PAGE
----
Changing recognition and rewards for PhD candidates
As of January 2020, PhD candidates in the graduate program Clinical and Experimental Neuroscience (CENS) use a new evaluation form. Instead of listing publications, abstracts and prizes, this new form asks the PhD candidate to describe their two best accomplishments, motivated by personal or societal impact. In addition, the form asks PhD candidates to self-evaluate professional growth in research-related competencies, using the online Dutch PhD Competence Model tool.
How does it work?
In the graduate program CENS, PhD candidates meet with their mentor (external supervisor) before their annual interview. During this meeting, the mentor and PhD candidate discuss the new evaluation form including the competence self-assessment. The PhD candidate subsequently uses the outcomes of this discussion and the form as a conversation starter and framework for the annual interview. By using the new evaluation form, PhD candidates can discuss their professional development during the annual interview with their supervisors. If any issues arise during one or both meetings, the mentor or PhD supervisor reports back to the graduate program.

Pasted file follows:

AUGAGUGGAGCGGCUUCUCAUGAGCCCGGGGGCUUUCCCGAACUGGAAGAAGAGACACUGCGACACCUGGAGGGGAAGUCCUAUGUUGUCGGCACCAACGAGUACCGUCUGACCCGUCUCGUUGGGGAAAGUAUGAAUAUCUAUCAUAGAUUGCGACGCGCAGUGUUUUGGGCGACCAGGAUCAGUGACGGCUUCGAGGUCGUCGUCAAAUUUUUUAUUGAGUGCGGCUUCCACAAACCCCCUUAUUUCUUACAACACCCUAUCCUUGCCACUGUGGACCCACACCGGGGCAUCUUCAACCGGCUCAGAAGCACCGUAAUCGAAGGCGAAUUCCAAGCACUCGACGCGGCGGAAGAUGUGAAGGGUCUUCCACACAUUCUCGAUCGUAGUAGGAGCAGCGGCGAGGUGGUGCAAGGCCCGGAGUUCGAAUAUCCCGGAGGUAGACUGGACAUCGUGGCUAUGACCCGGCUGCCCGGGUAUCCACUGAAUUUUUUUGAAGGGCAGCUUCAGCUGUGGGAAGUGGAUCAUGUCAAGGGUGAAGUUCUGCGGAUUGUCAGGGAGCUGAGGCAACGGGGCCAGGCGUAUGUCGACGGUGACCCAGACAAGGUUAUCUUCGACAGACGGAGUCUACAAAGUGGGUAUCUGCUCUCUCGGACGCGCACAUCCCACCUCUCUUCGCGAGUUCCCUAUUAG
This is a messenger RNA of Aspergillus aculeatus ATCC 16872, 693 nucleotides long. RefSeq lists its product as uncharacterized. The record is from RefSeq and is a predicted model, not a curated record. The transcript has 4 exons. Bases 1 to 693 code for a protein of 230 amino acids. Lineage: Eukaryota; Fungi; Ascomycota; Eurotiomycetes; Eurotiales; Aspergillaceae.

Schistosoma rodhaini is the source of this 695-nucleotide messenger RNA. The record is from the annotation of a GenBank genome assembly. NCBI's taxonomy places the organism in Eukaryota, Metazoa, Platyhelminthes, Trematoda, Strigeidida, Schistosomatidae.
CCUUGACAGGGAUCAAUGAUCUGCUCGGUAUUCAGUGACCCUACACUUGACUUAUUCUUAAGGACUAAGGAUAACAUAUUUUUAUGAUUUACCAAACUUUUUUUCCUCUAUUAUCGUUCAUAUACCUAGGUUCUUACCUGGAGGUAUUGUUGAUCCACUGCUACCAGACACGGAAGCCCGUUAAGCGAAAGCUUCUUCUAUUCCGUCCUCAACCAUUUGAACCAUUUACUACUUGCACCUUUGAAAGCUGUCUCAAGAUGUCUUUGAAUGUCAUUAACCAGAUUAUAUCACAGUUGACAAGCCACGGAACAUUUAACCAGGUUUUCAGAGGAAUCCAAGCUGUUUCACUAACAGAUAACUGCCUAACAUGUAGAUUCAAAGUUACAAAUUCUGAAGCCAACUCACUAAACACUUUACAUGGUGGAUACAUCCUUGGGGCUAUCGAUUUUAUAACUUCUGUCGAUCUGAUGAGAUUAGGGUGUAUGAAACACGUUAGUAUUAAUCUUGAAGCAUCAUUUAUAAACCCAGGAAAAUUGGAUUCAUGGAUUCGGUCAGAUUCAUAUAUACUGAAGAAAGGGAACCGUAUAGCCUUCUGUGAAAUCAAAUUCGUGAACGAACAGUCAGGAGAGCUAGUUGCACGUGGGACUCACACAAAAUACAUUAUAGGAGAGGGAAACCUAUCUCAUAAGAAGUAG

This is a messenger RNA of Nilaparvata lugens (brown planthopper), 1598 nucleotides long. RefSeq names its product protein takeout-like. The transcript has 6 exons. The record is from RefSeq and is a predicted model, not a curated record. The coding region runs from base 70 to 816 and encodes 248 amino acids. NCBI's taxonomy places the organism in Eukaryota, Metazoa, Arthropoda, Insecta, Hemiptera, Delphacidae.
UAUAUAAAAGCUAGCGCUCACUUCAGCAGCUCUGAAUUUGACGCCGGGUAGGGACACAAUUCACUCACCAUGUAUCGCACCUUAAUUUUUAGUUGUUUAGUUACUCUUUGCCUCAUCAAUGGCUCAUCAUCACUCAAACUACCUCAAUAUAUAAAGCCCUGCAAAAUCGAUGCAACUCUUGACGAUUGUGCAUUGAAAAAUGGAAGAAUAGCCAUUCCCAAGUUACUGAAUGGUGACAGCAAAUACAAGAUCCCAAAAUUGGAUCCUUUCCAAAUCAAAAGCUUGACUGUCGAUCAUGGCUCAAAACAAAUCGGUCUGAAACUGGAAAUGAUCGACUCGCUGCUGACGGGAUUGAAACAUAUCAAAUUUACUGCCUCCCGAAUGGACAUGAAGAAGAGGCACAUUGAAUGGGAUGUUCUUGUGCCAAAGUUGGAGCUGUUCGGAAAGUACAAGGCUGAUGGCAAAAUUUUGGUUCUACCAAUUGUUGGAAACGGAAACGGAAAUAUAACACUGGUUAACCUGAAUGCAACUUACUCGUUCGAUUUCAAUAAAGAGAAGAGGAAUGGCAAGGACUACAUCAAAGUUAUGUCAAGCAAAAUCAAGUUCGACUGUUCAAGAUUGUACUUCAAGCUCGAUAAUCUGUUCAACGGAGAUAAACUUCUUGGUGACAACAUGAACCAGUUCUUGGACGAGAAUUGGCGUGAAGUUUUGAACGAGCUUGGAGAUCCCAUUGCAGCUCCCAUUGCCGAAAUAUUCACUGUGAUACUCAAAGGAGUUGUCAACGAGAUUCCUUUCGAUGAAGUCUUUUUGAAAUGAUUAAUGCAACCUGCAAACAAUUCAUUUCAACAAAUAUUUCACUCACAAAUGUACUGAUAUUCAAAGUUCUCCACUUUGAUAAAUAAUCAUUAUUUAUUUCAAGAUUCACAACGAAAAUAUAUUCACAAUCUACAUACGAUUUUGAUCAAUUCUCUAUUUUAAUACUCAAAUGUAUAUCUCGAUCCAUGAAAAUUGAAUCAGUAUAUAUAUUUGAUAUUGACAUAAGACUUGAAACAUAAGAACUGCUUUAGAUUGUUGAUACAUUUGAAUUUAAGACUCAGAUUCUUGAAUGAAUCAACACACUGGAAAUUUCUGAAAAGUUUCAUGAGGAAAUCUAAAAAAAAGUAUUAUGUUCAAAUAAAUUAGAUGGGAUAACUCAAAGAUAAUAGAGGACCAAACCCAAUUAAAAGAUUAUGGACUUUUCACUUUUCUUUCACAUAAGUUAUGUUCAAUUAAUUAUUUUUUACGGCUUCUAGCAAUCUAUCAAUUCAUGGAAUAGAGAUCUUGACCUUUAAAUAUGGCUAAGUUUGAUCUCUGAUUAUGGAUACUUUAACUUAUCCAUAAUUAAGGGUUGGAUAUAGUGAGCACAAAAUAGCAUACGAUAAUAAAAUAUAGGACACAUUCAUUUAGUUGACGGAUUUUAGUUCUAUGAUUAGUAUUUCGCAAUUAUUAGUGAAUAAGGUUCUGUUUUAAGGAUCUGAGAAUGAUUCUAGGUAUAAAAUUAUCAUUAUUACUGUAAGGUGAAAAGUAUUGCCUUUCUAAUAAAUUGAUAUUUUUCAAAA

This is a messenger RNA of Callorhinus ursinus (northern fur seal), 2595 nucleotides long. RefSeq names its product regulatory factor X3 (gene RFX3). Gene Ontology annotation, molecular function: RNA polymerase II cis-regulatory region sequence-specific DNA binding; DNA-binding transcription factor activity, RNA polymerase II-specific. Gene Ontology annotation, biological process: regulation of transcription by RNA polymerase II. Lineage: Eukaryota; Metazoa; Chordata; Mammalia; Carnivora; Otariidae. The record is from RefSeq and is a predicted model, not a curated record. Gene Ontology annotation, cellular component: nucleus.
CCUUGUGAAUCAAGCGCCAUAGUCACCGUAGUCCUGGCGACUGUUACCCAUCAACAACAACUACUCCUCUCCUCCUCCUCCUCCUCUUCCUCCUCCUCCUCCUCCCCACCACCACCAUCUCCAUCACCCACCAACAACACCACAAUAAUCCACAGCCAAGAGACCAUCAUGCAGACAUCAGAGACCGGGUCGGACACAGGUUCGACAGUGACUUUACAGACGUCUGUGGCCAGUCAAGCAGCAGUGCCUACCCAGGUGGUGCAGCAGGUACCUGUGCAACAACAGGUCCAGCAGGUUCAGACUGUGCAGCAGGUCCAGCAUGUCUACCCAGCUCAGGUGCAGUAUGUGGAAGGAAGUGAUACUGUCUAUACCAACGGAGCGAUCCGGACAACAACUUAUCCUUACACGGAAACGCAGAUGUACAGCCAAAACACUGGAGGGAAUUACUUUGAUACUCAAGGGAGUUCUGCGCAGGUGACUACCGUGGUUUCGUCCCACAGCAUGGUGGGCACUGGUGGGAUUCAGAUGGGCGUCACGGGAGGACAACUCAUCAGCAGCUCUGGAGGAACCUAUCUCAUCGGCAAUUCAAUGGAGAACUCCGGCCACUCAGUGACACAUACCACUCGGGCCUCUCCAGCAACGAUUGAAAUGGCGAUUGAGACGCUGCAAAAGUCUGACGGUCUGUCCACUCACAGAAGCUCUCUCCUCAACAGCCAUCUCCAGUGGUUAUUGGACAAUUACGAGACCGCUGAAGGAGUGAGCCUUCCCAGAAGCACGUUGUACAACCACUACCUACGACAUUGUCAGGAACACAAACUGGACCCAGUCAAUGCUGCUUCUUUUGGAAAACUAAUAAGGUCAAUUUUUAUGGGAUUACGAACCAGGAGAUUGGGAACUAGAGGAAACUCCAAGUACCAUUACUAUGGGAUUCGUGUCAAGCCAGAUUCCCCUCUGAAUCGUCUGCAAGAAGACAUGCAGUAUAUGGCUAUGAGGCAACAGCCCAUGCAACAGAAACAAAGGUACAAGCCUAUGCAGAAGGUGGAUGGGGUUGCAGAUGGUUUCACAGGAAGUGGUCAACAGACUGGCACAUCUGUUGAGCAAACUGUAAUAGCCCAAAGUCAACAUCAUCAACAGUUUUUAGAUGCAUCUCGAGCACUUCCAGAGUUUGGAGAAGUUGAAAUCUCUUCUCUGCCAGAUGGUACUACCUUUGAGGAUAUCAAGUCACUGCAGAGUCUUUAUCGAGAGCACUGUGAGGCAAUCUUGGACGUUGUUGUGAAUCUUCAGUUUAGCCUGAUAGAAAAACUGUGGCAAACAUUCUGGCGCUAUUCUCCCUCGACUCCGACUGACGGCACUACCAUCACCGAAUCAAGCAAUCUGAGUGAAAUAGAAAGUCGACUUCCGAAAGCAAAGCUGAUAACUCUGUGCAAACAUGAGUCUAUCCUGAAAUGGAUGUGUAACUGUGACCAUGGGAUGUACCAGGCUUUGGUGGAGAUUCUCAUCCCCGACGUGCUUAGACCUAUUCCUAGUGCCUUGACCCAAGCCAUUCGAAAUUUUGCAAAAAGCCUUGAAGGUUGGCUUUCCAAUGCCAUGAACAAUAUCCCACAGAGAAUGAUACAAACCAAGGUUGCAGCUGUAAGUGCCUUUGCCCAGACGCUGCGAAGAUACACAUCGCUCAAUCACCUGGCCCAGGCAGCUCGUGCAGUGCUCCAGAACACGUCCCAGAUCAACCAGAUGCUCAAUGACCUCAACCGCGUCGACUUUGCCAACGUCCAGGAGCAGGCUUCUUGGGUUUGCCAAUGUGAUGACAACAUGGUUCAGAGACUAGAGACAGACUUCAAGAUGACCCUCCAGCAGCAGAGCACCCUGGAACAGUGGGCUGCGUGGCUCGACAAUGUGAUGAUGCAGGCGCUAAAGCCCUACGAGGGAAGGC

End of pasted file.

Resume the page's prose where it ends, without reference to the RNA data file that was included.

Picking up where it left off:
CENS is the first graduate program within the Graduate School of Life Sciences (GSLS) that has implemented this new evaluation form. The ambassadors of this initiative, Young Science in Transition, are currently talking to the Board of Studies and the PhD Council of the GSLS about broad implementation in the GSLS.
Young Science in Transition: email@example.com.